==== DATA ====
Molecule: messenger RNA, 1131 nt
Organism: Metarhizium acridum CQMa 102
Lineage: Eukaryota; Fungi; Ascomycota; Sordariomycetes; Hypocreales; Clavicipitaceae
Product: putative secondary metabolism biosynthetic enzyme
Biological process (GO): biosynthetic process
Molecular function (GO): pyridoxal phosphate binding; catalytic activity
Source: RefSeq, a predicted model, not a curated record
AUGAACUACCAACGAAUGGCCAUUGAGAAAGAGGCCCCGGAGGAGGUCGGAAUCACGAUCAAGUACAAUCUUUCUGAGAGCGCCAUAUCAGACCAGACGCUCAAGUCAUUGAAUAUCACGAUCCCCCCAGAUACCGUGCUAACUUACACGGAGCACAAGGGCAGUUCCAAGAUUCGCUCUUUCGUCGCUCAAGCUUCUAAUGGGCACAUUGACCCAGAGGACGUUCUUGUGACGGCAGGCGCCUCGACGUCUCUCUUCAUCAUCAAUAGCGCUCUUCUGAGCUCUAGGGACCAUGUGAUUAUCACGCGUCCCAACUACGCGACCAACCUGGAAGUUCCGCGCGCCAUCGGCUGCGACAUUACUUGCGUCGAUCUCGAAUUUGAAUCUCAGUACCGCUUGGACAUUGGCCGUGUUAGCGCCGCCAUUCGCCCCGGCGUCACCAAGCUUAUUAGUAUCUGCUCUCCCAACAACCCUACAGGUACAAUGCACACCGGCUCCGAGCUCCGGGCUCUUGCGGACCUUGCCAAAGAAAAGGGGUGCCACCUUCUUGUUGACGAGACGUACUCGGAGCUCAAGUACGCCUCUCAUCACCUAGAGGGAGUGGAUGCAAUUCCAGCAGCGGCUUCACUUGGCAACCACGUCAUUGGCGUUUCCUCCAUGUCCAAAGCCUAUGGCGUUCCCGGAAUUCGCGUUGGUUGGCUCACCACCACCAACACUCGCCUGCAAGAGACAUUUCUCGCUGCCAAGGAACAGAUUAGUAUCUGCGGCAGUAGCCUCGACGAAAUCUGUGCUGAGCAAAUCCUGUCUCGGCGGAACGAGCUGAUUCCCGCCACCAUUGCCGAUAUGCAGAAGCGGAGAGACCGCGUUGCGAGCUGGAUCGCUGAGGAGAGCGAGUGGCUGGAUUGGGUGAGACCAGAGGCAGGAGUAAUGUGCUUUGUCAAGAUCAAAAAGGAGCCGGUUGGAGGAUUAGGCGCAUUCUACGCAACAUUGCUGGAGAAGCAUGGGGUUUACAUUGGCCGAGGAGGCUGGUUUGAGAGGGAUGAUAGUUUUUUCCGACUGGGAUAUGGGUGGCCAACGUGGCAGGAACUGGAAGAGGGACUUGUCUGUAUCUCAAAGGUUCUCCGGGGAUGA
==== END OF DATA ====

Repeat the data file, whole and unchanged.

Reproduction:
Molecule: messenger RNA, 1131 nt
Organism: Metarhizium acridum CQMa 102
Lineage: Eukaryota; Fungi; Ascomycota; Sordariomycetes; Hypocreales; Clavicipitaceae
Product: putative secondary metabolism biosynthetic enzyme
Biological process (GO): biosynthetic process
Molecular function (GO): pyridoxal phosphate binding; catalytic activity
Source: RefSeq, a predicted model, not a curated record
AUGAACUACCAACGAAUGGCCAUUGAGAAAGAGGCCCCGGAGGAGGUCGGAAUCACGAUCAAGUACAAUCUUUCUGAGAGCGCCAUAUCAGACCAGACGCUCAAGUCAUUGAAUAUCACGAUCCCCCCAGAUACCGUGCUAACUUACACGGAGCACAAGGGCAGUUCCAAGAUUCGCUCUUUCGUCGCUCAAGCUUCUAAUGGGCACAUUGACCCAGAGGACGUUCUUGUGACGGCAGGCGCCUCGACGUCUCUCUUCAUCAUCAAUAGCGCUCUUCUGAGCUCUAGGGACCAUGUGAUUAUCACGCGUCCCAACUACGCGACCAACCUGGAAGUUCCGCGCGCCAUCGGCUGCGACAUUACUUGCGUCGAUCUCGAAUUUGAAUCUCAGUACCGCUUGGACAUUGGCCGUGUUAGCGCCGCCAUUCGCCCCGGCGUCACCAAGCUUAUUAGUAUCUGCUCUCCCAACAACCCUACAGGUACAAUGCACACCGGCUCCGAGCUCCGGGCUCUUGCGGACCUUGCCAAAGAAAAGGGGUGCCACCUUCUUGUUGACGAGACGUACUCGGAGCUCAAGUACGCCUCUCAUCACCUAGAGGGAGUGGAUGCAAUUCCAGCAGCGGCUUCACUUGGCAACCACGUCAUUGGCGUUUCCUCCAUGUCCAAAGCCUAUGGCGUUCCCGGAAUUCGCGUUGGUUGGCUCACCACCACCAACACUCGCCUGCAAGAGACAUUUCUCGCUGCCAAGGAACAGAUUAGUAUCUGCGGCAGUAGCCUCGACGAAAUCUGUGCUGAGCAAAUCCUGUCUCGGCGGAACGAGCUGAUUCCCGCCACCAUUGCCGAUAUGCAGAAGCGGAGAGACCGCGUUGCGAGCUGGAUCGCUGAGGAGAGCGAGUGGCUGGAUUGGGUGAGACCAGAGGCAGGAGUAAUGUGCUUUGUCAAGAUCAAAAAGGAGCCGGUUGGAGGAUUAGGCGCAUUCUACGCAACAUUGCUGGAGAAGCAUGGGGUUUACAUUGGCCGAGGAGGCUGGUUUGAGAGGGAUGAUAGUUUUUUCCGACUGGGAUAUGGGUGGCCAACGUGGCAGGAACUGGAAGAGGGACUUGUCUGUAUCUCAAAGGUUCUCCGGGGAUGA